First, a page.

Gino consummates with Giovanna a la Hollywood. The act transpires off screen – we get only post-coital bedtalk – while Giuseppe is off biking with a priest. The new couple’s talk abandons Cain’s self-destructive passion – the kind of action-cum-repression so pure for Calvinist-rooted American culture – and opts for Gianna’s pathos, her need for Gino’s aid arising. When they take off to hitch to freedom, Gina becomes a fickle femme, so readily used by the classic Hollywood studios: her fears of the road, where she could get continuously “picked up”, are now rising. Removed from her sanctuary-household, she now feels like a target.
The couple’s fleeing flirts with high-concept developments, until Giovanna heads back and Gino moves on alone. He finds himself on a train and still broke, when a man named Spagnolo picks up his fare. The meeting of these two “Strangers on a Train” reveals the Neo-Realist closet opening. Spagnolo tells Gino that the “streets aren’t just for making love”, and his eyebrows raise when finding stockings in Gino’s suitcase. They’re even bedmates in a rooming house, while Spagnolo claims that only a trip with sailors on sea will cure his romantic sickness over Giovanna. (Now there’s a journey for you.)
But this brief bro-mance has other ends: to veer the potential melodrama toward social drama, in which two souls lost in economic crisis must find their way. When these tramps sit dockside, they could very easily start looking for Godot – until Gino is spotted by Giuseppe and Giovanna during a roadside vendor show. Hence, Gino returns to Gianna, and the plot back to the melodrama.
Viewers awaiting the Postman’s ring witness another vile act – Giuseppe’s murder – occurring offscreen. Not even a reaction shot like Barbara Stanwyck’s widening eyes appears in its place. Instead, we get the questioning of Gino after Giuseppe’s road crash, Gino describing the purported accident in an extensive long shot. It plays as if Visconti casually assesses evidence, with time to tally the guilt if we serve as witnesses.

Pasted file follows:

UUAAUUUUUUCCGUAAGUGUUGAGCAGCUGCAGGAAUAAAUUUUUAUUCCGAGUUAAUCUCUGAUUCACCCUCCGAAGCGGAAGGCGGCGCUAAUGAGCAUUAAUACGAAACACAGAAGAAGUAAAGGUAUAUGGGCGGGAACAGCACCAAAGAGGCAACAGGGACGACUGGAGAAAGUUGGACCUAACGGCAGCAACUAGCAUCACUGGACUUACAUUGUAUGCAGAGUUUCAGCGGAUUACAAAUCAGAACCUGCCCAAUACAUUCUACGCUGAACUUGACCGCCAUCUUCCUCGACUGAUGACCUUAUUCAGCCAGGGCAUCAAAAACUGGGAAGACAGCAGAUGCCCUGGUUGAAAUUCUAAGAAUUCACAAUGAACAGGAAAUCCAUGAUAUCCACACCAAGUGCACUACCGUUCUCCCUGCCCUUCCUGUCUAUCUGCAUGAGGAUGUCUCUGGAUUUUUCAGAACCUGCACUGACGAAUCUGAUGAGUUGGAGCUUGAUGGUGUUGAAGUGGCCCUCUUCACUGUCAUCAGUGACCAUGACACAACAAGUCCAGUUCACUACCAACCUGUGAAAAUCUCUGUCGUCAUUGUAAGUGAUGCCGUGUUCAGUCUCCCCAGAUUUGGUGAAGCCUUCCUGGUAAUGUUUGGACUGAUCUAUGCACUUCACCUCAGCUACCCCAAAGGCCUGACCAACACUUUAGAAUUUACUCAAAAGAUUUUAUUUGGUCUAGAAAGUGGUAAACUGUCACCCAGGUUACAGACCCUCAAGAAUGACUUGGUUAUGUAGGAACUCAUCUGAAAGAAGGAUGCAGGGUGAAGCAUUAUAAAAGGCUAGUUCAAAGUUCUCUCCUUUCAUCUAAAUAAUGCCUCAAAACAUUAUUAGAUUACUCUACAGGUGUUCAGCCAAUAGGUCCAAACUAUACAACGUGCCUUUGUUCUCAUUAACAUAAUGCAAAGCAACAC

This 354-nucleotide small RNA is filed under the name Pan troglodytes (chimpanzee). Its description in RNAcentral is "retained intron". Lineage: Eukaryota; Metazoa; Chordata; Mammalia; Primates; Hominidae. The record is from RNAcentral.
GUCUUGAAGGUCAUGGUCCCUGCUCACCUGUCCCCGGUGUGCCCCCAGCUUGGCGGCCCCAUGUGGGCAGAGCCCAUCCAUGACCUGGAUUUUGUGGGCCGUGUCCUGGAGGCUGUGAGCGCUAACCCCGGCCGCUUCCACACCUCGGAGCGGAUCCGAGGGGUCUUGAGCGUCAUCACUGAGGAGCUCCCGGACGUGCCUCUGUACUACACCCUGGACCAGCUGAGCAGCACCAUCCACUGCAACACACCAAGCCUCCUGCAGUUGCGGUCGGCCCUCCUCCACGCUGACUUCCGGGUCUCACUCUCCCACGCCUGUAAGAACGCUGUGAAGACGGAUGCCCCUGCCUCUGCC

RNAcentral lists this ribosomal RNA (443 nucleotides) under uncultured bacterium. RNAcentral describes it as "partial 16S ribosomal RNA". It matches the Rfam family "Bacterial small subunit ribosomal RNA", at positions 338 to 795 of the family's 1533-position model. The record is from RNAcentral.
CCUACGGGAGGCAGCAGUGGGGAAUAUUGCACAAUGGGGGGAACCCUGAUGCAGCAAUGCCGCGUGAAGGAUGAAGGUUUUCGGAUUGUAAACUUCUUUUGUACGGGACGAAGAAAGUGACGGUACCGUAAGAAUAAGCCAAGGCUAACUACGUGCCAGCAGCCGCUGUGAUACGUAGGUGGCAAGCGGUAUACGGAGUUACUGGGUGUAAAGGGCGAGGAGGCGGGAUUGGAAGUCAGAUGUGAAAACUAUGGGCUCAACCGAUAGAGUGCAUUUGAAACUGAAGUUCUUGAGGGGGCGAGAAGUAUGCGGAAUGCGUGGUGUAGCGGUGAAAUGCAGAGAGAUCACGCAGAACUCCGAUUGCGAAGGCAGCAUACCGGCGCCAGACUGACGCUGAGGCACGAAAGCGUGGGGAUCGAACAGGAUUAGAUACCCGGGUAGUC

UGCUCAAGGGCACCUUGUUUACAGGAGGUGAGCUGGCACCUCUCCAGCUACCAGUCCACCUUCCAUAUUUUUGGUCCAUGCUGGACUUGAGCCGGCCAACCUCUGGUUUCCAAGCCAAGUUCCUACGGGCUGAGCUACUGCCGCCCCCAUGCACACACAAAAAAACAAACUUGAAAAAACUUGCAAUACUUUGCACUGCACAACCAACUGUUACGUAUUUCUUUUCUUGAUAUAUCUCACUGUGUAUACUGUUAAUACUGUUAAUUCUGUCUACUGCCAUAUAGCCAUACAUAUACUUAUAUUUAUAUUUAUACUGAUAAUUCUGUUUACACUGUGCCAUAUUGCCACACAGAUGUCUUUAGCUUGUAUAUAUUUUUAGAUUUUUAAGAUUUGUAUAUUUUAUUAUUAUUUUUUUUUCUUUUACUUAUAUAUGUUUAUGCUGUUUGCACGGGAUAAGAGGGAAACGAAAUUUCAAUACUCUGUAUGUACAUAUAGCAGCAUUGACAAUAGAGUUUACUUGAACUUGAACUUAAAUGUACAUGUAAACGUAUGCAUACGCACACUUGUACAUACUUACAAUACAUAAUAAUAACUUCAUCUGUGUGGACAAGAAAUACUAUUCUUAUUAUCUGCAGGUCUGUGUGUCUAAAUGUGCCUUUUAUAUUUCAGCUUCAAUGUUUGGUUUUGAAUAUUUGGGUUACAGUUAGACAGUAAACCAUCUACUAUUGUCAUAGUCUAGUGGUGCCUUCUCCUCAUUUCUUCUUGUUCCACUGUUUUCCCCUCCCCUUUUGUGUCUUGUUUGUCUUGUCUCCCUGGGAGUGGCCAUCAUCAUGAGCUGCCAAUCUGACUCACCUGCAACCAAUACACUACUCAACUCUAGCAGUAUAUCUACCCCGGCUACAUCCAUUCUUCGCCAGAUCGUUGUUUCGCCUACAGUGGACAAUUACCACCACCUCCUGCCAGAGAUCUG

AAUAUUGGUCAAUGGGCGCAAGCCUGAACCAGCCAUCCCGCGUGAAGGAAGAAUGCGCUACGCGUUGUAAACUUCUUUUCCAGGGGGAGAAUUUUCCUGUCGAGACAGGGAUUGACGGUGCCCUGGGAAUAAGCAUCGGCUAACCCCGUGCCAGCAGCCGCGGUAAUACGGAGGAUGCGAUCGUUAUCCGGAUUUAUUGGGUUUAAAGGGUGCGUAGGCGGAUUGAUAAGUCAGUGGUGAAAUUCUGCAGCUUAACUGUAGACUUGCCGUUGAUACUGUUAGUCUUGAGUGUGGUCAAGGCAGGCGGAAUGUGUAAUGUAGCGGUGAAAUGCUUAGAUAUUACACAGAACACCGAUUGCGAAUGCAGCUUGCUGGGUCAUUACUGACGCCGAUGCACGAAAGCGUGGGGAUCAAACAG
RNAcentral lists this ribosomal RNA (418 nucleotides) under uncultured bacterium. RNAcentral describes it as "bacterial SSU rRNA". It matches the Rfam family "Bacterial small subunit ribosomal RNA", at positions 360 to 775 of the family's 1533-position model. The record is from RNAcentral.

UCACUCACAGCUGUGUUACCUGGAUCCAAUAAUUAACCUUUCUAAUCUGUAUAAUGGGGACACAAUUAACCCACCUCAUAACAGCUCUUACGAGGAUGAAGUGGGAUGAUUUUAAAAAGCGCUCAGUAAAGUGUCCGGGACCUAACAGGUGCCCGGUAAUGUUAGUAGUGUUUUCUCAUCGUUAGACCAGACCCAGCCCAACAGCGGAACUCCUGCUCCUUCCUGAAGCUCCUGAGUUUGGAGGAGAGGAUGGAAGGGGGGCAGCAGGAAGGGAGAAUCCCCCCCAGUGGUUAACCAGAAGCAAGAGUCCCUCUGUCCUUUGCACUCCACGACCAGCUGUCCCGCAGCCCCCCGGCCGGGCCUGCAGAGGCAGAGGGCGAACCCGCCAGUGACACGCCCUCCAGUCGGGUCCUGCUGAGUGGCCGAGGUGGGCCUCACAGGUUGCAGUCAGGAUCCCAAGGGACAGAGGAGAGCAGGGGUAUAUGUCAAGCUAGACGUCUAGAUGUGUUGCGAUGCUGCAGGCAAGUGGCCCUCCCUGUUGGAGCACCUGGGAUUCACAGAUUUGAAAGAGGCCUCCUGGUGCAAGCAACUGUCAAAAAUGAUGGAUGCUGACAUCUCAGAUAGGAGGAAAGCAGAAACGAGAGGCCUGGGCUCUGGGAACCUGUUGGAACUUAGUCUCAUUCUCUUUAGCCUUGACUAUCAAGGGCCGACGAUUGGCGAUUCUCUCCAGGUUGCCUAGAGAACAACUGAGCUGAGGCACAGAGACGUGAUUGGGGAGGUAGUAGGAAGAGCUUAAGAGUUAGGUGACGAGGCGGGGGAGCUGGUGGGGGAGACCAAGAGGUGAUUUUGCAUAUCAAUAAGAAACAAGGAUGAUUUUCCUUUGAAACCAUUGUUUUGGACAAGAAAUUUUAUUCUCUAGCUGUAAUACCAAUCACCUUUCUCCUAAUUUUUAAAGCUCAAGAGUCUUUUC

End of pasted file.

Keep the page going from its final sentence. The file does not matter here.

The newly freed couple’s return to the roadstop shows little passion and much deliberation and anxiety. This shop serves as an extension of Giuseppe’s ego, and as a reminder of this, a source of repeated blows to Gino’s. Sitting roadside, Giuseppe’s place keeps the freedom of the road on Gino’s mind. He transfers his regret onto Giovanna, telling her that he’s “keeping guard at a dead man’s house.”
His new fling now a burden, Gino goes chasing for new tail long before Giovanna could have ever gone stale. In a piazza he finds a babe so responsive that she’d be marked for a whore even in a ‘40s story in the New Yorker. She tells Gino she’s a dancer, while a pimp points Gino to the direction of her flat before she’s out of sight. It doesn’t take much for Gino to score, and when Giovanna sees them together, her Joan Crawford brows raise, as if she’s aged in minutes, going from the young doe-ish Joan to the ghoulish Mommie Dearest.
If revenge seems imminent, Giovanna is out for Gino’s security, thus regressing back to marriage. She attempts to lure him back with the promise of an insurance policy payout – as if Gino would want that old fart’s money! – before threatening him with blackmail. His slap to her face is the showoff of a working class man, even if he’s not quite a Stanley Kowalski.
He’s back to his fresh tail – for her johns must be out fishing – when Giovanna returns with her last-ditch effort: she’s carrying Gino’s bambino. The pride of fatherhood – or of machismo now that he’s planted his seed – wins over Gino. But the source here is Cain, and fate will rule out hope. The only pleasure in having kids – for Gino, at least – was making them.
We have little sympathy for Gino, and we don’t hate him enough to revel in his defeat. Fate tosses him into a journey that dances around the swift descent of Cain’s novel. In something beyond drama and melodrama, diluted American mythos makes for Euro cine refined.
Ossessioneis available as a bare-bones disc from Image Entertainment. Let’s hope that the postman soon rings with the Criterion-level treatment.